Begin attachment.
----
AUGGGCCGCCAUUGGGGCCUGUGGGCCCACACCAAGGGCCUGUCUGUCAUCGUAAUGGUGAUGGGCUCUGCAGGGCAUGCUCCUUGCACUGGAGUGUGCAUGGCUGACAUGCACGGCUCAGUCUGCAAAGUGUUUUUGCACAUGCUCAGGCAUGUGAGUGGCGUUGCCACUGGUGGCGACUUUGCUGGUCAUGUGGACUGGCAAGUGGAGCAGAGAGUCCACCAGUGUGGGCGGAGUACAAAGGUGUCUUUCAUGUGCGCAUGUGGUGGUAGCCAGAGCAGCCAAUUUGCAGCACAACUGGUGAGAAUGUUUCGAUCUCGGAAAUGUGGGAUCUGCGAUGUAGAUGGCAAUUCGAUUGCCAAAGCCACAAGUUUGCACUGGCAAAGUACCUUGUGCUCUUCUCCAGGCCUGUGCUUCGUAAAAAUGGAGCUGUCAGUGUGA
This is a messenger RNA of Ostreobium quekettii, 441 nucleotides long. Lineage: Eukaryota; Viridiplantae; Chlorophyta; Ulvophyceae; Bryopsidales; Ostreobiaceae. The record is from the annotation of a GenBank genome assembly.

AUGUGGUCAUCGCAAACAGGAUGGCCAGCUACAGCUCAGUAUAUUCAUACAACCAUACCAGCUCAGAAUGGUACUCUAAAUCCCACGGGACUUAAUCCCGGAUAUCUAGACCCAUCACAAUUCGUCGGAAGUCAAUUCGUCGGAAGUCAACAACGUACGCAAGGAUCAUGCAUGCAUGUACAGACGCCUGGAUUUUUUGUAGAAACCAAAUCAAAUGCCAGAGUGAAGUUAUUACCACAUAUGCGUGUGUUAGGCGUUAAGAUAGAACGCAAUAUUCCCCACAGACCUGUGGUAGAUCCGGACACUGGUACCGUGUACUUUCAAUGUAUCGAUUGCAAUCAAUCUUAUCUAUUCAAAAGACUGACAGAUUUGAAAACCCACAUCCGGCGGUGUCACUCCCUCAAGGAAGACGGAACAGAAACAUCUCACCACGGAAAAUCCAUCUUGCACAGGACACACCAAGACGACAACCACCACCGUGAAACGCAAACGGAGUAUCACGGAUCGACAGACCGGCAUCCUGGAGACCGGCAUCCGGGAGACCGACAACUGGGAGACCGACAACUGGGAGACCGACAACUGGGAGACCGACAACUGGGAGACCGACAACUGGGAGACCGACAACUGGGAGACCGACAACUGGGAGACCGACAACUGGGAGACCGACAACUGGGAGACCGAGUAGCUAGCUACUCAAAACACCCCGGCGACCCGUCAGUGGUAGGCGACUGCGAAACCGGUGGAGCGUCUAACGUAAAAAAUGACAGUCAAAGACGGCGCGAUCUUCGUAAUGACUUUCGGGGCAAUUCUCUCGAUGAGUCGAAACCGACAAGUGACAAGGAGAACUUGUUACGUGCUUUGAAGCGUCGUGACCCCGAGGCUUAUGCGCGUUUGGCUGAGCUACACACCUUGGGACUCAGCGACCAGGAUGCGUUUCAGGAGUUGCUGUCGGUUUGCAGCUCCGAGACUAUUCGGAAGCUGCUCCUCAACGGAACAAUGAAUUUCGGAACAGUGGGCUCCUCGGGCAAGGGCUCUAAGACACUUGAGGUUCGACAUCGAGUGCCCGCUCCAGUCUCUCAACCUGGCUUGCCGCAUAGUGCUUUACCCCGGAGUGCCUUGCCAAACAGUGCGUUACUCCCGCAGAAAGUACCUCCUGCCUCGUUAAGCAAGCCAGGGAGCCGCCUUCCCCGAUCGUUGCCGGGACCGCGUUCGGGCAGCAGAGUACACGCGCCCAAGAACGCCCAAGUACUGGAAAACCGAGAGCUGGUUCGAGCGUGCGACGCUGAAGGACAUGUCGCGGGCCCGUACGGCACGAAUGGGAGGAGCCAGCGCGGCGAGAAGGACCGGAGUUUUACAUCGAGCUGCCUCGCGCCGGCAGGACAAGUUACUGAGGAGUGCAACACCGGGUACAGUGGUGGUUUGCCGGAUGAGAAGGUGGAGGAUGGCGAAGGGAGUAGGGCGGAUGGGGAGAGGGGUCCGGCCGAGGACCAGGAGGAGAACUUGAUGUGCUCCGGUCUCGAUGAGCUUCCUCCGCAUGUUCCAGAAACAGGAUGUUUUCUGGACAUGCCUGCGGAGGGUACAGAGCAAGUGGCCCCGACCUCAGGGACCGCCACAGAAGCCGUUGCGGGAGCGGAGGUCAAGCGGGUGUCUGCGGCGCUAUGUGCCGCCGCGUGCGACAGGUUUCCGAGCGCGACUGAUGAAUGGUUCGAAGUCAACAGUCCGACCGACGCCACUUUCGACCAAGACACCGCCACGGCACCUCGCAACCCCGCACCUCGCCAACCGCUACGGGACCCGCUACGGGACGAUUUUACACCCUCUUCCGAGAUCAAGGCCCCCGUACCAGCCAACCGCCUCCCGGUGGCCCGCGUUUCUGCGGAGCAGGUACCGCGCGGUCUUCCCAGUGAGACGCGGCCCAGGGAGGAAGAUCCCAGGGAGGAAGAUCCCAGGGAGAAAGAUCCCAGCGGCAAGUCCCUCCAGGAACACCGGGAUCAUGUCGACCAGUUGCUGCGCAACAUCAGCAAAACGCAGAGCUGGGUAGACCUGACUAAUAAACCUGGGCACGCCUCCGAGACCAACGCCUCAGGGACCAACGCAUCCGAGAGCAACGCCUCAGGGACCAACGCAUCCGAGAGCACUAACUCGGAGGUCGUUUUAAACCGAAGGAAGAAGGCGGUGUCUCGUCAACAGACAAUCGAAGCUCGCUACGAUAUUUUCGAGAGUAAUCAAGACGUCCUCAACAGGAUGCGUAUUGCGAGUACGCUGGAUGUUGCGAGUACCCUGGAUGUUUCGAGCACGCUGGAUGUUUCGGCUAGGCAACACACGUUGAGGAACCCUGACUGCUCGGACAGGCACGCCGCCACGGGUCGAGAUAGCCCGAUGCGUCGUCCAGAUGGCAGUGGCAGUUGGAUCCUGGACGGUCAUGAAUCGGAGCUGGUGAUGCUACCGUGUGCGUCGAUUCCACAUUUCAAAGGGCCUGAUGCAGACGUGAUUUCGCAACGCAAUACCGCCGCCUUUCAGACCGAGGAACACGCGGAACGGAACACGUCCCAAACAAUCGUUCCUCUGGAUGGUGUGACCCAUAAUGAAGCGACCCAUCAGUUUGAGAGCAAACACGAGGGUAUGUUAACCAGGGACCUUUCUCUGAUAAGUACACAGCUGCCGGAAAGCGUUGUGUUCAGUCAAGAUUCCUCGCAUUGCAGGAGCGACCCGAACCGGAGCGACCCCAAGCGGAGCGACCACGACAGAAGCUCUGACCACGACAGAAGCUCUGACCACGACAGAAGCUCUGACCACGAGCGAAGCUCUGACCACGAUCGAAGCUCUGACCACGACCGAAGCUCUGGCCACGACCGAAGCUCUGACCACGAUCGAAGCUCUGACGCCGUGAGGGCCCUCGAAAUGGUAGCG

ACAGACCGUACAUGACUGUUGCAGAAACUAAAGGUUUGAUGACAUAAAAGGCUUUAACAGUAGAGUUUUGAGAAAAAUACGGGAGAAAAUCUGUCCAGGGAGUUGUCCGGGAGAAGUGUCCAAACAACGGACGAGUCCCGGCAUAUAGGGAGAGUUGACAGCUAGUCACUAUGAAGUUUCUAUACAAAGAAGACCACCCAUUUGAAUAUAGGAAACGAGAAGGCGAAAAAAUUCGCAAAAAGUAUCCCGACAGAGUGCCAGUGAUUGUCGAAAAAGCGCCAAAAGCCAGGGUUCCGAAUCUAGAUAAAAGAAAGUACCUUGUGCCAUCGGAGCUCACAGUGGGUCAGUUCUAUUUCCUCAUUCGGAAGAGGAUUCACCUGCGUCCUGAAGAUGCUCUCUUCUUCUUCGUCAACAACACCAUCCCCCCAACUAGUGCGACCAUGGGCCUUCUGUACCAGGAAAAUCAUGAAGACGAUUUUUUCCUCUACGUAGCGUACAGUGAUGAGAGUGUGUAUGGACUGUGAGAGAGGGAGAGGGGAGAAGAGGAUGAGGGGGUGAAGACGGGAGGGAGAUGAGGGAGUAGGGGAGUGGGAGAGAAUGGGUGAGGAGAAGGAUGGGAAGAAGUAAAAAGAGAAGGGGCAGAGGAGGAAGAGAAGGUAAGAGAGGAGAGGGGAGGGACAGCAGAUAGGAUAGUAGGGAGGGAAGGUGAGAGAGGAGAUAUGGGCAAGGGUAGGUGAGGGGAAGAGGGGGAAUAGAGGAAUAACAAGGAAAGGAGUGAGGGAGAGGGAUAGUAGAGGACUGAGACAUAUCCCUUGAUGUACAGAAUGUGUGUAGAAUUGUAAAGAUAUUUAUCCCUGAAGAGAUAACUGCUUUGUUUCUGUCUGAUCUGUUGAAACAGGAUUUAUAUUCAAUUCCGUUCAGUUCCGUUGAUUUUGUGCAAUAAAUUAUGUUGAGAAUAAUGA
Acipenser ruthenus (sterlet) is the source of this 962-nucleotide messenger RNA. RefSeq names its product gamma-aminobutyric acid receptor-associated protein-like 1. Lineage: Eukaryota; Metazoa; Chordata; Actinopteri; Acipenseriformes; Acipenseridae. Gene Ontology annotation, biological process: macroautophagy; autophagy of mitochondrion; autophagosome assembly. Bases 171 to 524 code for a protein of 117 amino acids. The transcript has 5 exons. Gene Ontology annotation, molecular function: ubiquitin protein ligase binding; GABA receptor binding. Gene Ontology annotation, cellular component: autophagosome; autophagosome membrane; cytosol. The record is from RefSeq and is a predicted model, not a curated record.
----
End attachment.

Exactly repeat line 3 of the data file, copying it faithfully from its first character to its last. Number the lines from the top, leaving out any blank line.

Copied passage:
AUGUGGUCAUCGCAAACAGGAUGGCCAGCUACAGCUCAGUAUAUUCAUACAACCAUACCAGCUCAGAAUGGUACUCUAAAUCCCACGGGACUUAAUCCCGGAUAUCUAGACCCAUCACAAUUCGUCGGAAGUCAAUUCGUCGGAAGUCAACAACGUACGCAAGGAUCAUGCAUGCAUGUACAGACGCCUGGAUUUUUUGUAGAAACCAAAUCAAAUGCCAGAGUGAAGUUAUUACCACAUAUGCGUGUGUUAGGCGUUAAGAUAGAACGCAAUAUUCCCCACAGACCUGUGGUAGAUCCGGACACUGGUACCGUGUACUUUCAAUGUAUCGAUUGCAAUCAAUCUUAUCUAUUCAAAAGACUGACAGAUUUGAAAACCCACAUCCGGCGGUGUCACUCCCUCAAGGAAGACGGAACAGAAACAUCUCACCACGGAAAAUCCAUCUUGCACAGGACACACCAAGACGACAACCACCACCGUGAAACGCAAACGGAGUAUCACGGAUCGACAGACCGGCAUCCUGGAGACCGGCAUCCGGGAGACCGACAACUGGGAGACCGACAACUGGGAGACCGACAACUGGGAGACCGACAACUGGGAGACCGACAACUGGGAGACCGACAACUGGGAGACCGACAACUGGGAGACCGACAACUGGGAGACCGACAACUGGGAGACCGAGUAGCUAGCUACUCAAAACACCCCGGCGACCCGUCAGUGGUAGGCGACUGCGAAACCGGUGGAGCGUCUAACGUAAAAAAUGACAGUCAAAGACGGCGCGAUCUUCGUAAUGACUUUCGGGGCAAUUCUCUCGAUGAGUCGAAACCGACAAGUGACAAGGAGAACUUGUUACGUGCUUUGAAGCGUCGUGACCCCGAGGCUUAUGCGCGUUUGGCUGAGCUACACACCUUGGGACUCAGCGACCAGGAUGCGUUUCAGGAGUUGCUGUCGGUUUGCAGCUCCGAGACUAUUCGGAAGCUGCUCCUCAACGGAACAAUGAAUUUCGGAACAGUGGGCUCCUCGGGCAAGGGCUCUAAGACACUUGAGGUUCGACAUCGAGUGCCCGCUCCAGUCUCUCAACCUGGCUUGCCGCAUAGUGCUUUACCCCGGAGUGCCUUGCCAAACAGUGCGUUACUCCCGCAGAAAGUACCUCCUGCCUCGUUAAGCAAGCCAGGGAGCCGCCUUCCCCGAUCGUUGCCGGGACCGCGUUCGGGCAGCAGAGUACACGCGCCCAAGAACGCCCAAGUACUGGAAAACCGAGAGCUGGUUCGAGCGUGCGACGCUGAAGGACAUGUCGCGGGCCCGUACGGCACGAAUGGGAGGAGCCAGCGCGGCGAGAAGGACCGGAGUUUUACAUCGAGCUGCCUCGCGCCGGCAGGACAAGUUACUGAGGAGUGCAACACCGGGUACAGUGGUGGUUUGCCGGAUGAGAAGGUGGAGGAUGGCGAAGGGAGUAGGGCGGAUGGGGAGAGGGGUCCGGCCGAGGACCAGGAGGAGAACUUGAUGUGCUCCGGUCUCGAUGAGCUUCCUCCGCAUGUUCCAGAAACAGGAUGUUUUCUGGACAUGCCUGCGGAGGGUACAGAGCAAGUGGCCCCGACCUCAGGGACCGCCACAGAAGCCGUUGCGGGAGCGGAGGUCAAGCGGGUGUCUGCGGCGCUAUGUGCCGCCGCGUGCGACAGGUUUCCGAGCGCGACUGAUGAAUGGUUCGAAGUCAACAGUCCGACCGACGCCACUUUCGACCAAGACACCGCCACGGCACCUCGCAACCCCGCACCUCGCCAACCGCUACGGGACCCGCUACGGGACGAUUUUACACCCUCUUCCGAGAUCAAGGCCCCCGUACCAGCCAACCGCCUCCCGGUGGCCCGCGUUUCUGCGGAGCAGGUACCGCGCGGUCUUCCCAGUGAGACGCGGCCCAGGGAGGAAGAUCCCAGGGAGGAAGAUCCCAGGGAGAAAGAUCCCAGCGGCAAGUCCCUCCAGGAACACCGGGAUCAUGUCGACCAGUUGCUGCGCAACAUCAGCAAAACGCAGAGCUGGGUAGACCUGACUAAUAAACCUGGGCACGCCUCCGAGACCAACGCCUCAGGGACCAACGCAUCCGAGAGCAACGCCUCAGGGACCAACGCAUCCGAGAGCACUAACUCGGAGGUCGUUUUAAACCGAAGGAAGAAGGCGGUGUCUCGUCAACAGACAAUCGAAGCUCGCUACGAUAUUUUCGAGAGUAAUCAAGACGUCCUCAACAGGAUGCGUAUUGCGAGUACGCUGGAUGUUGCGAGUACCCUGGAUGUUUCGAGCACGCUGGAUGUUUCGGCUAGGCAACACACGUUGAGGAACCCUGACUGCUCGGACAGGCACGCCGCCACGGGUCGAGAUAGCCCGAUGCGUCGUCCAGAUGGCAGUGGCAGUUGGAUCCUGGACGGUCAUGAAUCGGAGCUGGUGAUGCUACCGUGUGCGUCGAUUCCACAUUUCAAAGGGCCUGAUGCAGACGUGAUUUCGCAACGCAAUACCGCCGCCUUUCAGACCGAGGAACACGCGGAACGGAACACGUCCCAAACAAUCGUUCCUCUGGAUGGUGUGACCCAUAAUGAAGCGACCCAUCAGUUUGAGAGCAAACACGAGGGUAUGUUAACCAGGGACCUUUCUCUGAUAAGUACACAGCUGCCGGAAAGCGUUGUGUUCAGUCAAGAUUCCUCGCAUUGCAGGAGCGACCCGAACCGGAGCGACCCCAAGCGGAGCGACCACGACAGAAGCUCUGACCACGACAGAAGCUCUGACCACGACAGAAGCUCUGACCACGAGCGAAGCUCUGACCACGAUCGAAGCUCUGACCACGACCGAAGCUCUGGCCACGACCGAAGCUCUGACCACGAUCGAAGCUCUGACGCCGUGAGGGCCCUCGAAAUGGUAGCG